Conflict happens in most relationships, whether they are personal or professional. It is natural and reasonable, and it happens because we are complex creatures who are all different and have varying needs and opinions. Conflict is not just your initial disagreement, but when you have attempted to get past this and can’t seem to come to a compromise or understanding.
Because conflict happens frequently, it is an important life skill that everyone should learn to develop.
Here are some practical strategies you can use to deal with disputes of all kinds.
Conflict often stems from struggles we have deep within. Consider making a list of your values, behaviors, and attitudes that triggers you off in other people. Becoming aware of these is helpful.
Then ask yourself how you embody these or what about them is more troublesome for you, and find ways to manage these within yourself, as well.
Once you accept that conflict sometimes happens and not something you should take personally, it is easier to remain restrained or confront someone else. Start by talking in tones that indicate calm and agreement, as if you have already resolved the problem. Making eye contact makes it difficult for either party to stay angry or upset, too.
Practice deep breathing to keep your body calm throughout the situation.
Many times, conflicts arise because there is a misunderstanding or a lack of communication. Asking about the contention source, asking the other person to clarify their understanding of the situation, and asking the other person about their intent can often diffuse situations before they escalate. Asking shows, you are open and listening, which helps the other person feel heard, another critical ingredient in resolving conflict.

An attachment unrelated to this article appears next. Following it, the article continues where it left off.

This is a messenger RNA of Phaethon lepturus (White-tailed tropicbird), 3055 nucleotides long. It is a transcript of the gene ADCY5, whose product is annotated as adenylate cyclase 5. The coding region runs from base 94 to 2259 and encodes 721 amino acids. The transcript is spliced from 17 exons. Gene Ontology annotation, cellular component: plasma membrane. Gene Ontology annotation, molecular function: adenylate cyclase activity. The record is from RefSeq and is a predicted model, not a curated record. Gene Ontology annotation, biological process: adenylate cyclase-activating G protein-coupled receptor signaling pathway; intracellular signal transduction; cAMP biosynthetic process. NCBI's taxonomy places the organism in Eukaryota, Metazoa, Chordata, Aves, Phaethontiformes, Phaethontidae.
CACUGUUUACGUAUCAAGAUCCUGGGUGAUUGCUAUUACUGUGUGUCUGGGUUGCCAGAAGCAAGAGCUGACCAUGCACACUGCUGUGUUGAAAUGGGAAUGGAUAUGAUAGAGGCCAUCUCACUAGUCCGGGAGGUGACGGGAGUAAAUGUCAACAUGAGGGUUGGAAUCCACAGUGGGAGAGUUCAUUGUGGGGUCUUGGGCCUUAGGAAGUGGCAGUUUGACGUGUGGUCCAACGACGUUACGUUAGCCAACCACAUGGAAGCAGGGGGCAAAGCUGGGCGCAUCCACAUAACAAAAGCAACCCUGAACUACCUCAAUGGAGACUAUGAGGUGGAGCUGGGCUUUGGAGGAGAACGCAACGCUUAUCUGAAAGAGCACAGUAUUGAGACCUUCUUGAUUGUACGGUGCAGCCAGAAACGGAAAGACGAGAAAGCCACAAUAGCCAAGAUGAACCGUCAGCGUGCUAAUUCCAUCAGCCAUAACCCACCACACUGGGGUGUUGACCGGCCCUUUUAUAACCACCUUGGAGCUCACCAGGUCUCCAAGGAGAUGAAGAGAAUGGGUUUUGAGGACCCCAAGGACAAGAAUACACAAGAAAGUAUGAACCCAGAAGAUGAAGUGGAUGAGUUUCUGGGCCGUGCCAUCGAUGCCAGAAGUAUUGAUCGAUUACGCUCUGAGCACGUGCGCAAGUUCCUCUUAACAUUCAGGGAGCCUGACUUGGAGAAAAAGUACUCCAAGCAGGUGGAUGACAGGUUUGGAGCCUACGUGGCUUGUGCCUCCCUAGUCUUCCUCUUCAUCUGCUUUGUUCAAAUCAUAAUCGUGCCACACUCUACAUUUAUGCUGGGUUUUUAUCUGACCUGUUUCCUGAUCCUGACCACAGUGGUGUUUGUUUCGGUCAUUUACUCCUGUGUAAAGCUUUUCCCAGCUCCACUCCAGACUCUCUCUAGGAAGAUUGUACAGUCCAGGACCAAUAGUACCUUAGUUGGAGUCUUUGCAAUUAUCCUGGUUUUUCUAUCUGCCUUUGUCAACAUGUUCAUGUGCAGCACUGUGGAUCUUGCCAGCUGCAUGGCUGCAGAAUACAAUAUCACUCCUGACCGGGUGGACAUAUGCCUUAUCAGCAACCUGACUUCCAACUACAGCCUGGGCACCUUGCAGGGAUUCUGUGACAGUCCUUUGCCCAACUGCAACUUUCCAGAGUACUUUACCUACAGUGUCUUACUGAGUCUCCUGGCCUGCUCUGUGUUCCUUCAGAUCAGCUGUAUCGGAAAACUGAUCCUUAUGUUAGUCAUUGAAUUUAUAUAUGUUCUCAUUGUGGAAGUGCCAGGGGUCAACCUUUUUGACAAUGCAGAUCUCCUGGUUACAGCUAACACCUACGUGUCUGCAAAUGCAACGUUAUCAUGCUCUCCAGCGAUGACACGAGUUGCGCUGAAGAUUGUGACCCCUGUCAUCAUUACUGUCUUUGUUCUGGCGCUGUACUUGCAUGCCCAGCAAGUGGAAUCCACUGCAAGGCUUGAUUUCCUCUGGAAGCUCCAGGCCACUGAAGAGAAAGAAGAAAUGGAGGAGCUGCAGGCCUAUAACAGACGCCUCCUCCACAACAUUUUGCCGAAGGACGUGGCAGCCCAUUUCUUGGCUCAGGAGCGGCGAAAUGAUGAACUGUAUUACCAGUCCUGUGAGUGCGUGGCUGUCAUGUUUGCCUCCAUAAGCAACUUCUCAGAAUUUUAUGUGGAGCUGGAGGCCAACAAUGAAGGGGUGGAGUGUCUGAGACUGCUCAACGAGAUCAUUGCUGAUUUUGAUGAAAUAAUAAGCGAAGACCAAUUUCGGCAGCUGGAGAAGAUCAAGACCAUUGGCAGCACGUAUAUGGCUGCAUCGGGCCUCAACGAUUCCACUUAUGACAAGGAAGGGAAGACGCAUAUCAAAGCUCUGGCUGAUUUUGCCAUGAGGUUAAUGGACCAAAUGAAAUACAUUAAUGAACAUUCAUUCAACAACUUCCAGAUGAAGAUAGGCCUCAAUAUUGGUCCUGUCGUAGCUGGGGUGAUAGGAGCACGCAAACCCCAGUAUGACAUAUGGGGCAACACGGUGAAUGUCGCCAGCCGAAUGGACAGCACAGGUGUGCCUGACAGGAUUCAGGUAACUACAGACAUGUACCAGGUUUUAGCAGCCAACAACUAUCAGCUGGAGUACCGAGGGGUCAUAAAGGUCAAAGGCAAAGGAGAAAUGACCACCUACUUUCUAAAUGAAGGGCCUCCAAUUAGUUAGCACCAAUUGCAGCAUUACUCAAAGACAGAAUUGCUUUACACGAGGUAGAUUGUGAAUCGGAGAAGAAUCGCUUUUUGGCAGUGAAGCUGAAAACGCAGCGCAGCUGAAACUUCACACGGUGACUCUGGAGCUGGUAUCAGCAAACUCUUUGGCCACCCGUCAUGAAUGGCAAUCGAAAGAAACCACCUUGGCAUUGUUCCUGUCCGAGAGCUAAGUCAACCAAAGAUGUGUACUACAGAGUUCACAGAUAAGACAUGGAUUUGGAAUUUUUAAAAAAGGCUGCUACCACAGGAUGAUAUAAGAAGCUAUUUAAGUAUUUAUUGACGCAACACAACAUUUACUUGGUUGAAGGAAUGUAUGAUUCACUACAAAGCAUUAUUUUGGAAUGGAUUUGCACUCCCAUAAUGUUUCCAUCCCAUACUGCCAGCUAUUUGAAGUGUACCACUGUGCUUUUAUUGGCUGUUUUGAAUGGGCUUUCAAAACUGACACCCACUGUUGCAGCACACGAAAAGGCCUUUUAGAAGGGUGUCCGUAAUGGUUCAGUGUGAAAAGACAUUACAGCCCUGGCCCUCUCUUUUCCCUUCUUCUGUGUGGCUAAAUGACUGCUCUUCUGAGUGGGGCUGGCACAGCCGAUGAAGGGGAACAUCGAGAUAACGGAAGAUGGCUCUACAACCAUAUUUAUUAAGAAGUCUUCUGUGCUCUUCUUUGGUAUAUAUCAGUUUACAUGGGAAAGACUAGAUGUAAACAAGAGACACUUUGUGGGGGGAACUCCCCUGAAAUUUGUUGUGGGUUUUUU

Apart from communication issues, a disproportionate assumption conjures up reactive emotions when expectation fails to materialize between parties. To prevent these types of conflict, each party should identify their needs and anticipation in the deal, using it as the basis to begin any reconciliation if needed. Often, just acknowledging your needs and agreeing to find ways to meet them can help resolve problems.
Presume Positive Intentions from the Other Party
When trying to resolve conflict, progress will be hard if you do not believe that the other person is seeking a good outcome for you both. When you harbor resentment or question the other party’s objectives, you will never feel good about the development you find. Please assume that the other person also wants a positive outcome and enter into this without ill will or a hidden agenda. Doing this is much more likely to result in something positive for everyone.
Acknowledge Differing Perspectives
We are all different, and we do not always see things the same or have the same perspectives about the world and ourselves. All our past experiences color and inform how we interpret the world, and acknowledging that each of you comes to this situation with different perspectives can help.
Knowing that one of the reasons you have a conflict is that you see the same set of facts or circumstances differently helps to move away from “right” and “wrong” and accept that we all have biases and beliefs that influence our thinking.
Final Thoughts on Conflict
When faced with conflict implementing these strategies help reduce emotional stress and confrontation. The objective is, as often as possible, to find common ground to resolve the issues positively.